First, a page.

The run-up to the General Election and the planned switch to Land and Building Transaction Tax (LBTT) have been conflicting factors influencing the prime Scottish country house market so far this year. Oliver Knight analyses the latest figures.
Prime country house prices in Scotland rose by 0.2% between January and March, a slightly more modest increase than the 1% growth seen in the final quarter of 2014.Annual growth also slowed to 1.2%, compared to average growth of 2.1% in 2014.
More moderate price growth at the top end of the market can be attributed to buyers and sellers adopting a more cautious approach in the immediate run up to the General Election.
However, in spite of the slowdown in price growth, prime sales volumes in the first quarter of 2015 increased as both buyers and vendors looked to complete deals ahead of the switch to Land and Building Transaction Tax (LBTT) in April.
Knight Frank sales data shows the number of prime country homes changing hands between January and March, ahead of the implementation of the new levy, was 11% higher than during the first three months of 2014.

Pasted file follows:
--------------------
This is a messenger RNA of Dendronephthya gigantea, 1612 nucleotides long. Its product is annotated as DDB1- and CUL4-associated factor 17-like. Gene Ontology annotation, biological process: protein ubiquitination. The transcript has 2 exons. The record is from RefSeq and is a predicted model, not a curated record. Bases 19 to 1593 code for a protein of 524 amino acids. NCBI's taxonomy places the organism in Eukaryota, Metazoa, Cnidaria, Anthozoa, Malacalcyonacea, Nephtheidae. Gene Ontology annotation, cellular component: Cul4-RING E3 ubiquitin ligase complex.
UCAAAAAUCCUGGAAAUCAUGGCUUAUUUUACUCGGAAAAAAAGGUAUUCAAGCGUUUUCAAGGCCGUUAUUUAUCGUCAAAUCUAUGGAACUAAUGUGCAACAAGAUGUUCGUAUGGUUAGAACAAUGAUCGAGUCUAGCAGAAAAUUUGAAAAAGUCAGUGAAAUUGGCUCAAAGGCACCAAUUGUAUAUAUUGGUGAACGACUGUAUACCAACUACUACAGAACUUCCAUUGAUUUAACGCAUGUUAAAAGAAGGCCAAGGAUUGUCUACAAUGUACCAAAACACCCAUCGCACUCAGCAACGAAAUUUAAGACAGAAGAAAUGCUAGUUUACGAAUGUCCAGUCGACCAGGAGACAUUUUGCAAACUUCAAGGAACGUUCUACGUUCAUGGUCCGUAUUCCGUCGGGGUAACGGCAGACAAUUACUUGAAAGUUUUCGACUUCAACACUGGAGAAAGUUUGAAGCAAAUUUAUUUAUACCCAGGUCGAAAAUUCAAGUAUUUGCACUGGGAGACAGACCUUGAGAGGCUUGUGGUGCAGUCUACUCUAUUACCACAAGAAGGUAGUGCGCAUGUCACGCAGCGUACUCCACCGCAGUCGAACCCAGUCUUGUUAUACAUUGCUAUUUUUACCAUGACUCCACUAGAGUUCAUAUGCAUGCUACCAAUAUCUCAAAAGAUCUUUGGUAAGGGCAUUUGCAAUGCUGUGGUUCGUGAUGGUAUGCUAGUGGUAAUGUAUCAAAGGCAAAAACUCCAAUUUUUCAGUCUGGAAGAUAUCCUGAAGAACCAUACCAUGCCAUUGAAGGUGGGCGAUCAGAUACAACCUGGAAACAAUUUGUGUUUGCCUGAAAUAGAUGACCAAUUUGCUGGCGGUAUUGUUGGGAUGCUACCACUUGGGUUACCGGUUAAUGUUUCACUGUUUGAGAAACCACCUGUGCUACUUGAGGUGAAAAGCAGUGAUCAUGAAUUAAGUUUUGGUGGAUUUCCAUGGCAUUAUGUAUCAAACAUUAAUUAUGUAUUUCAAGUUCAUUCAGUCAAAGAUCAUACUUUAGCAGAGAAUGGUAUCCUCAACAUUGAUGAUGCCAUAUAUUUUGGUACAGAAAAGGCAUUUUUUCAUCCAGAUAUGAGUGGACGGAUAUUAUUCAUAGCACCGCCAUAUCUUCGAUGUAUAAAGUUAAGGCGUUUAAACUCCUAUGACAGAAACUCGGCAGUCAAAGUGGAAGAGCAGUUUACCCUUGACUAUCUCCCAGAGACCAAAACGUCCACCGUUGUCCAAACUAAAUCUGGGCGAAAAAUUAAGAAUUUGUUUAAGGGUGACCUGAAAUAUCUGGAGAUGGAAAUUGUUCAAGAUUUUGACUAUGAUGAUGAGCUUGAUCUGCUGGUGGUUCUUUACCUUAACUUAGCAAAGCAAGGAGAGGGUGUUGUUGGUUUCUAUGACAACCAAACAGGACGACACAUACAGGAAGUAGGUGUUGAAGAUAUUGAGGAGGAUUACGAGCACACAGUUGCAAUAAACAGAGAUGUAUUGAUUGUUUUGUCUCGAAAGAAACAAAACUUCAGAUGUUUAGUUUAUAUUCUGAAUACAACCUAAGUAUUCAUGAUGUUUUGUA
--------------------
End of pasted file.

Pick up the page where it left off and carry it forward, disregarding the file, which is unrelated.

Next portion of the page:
LBTT replaced stamp duty on home purchases in Scotland. Under the new rules, 50% of buyers will not be liable to pay any tax on the purchase of a home. However, for homes valued above £330,000 the up-front cost of moving will increase.
The introduction of LBTT is likely to have a knock-on impact on sales at the top end of the market in the second quarter of the year.
Ran Morgan, Head of Scottish Residential Sales, commented:
“In spite of higher levels of property tax, Scottish property continues to offer good value, especially when compared with London and southern England.
“Over the last year 57% of our buyers were from outside of Scotland, highlighting the global appeal of the country. This trend has continued in 2015, with individuals from Hong Kong, the UAE and London all purchasing properties during the first three months of the year.”
Average prime Scottish country house prices remain 22% below the market peak in Q4 2007. This means a property valued at £1m in 2007 would now be worth £780k in Scotland. Edinburgh led from the front with a year-on-year price rise of 4.1%, followed by Central and Northern Scotland. Prices in the South East remained unchanged from Q1 2014.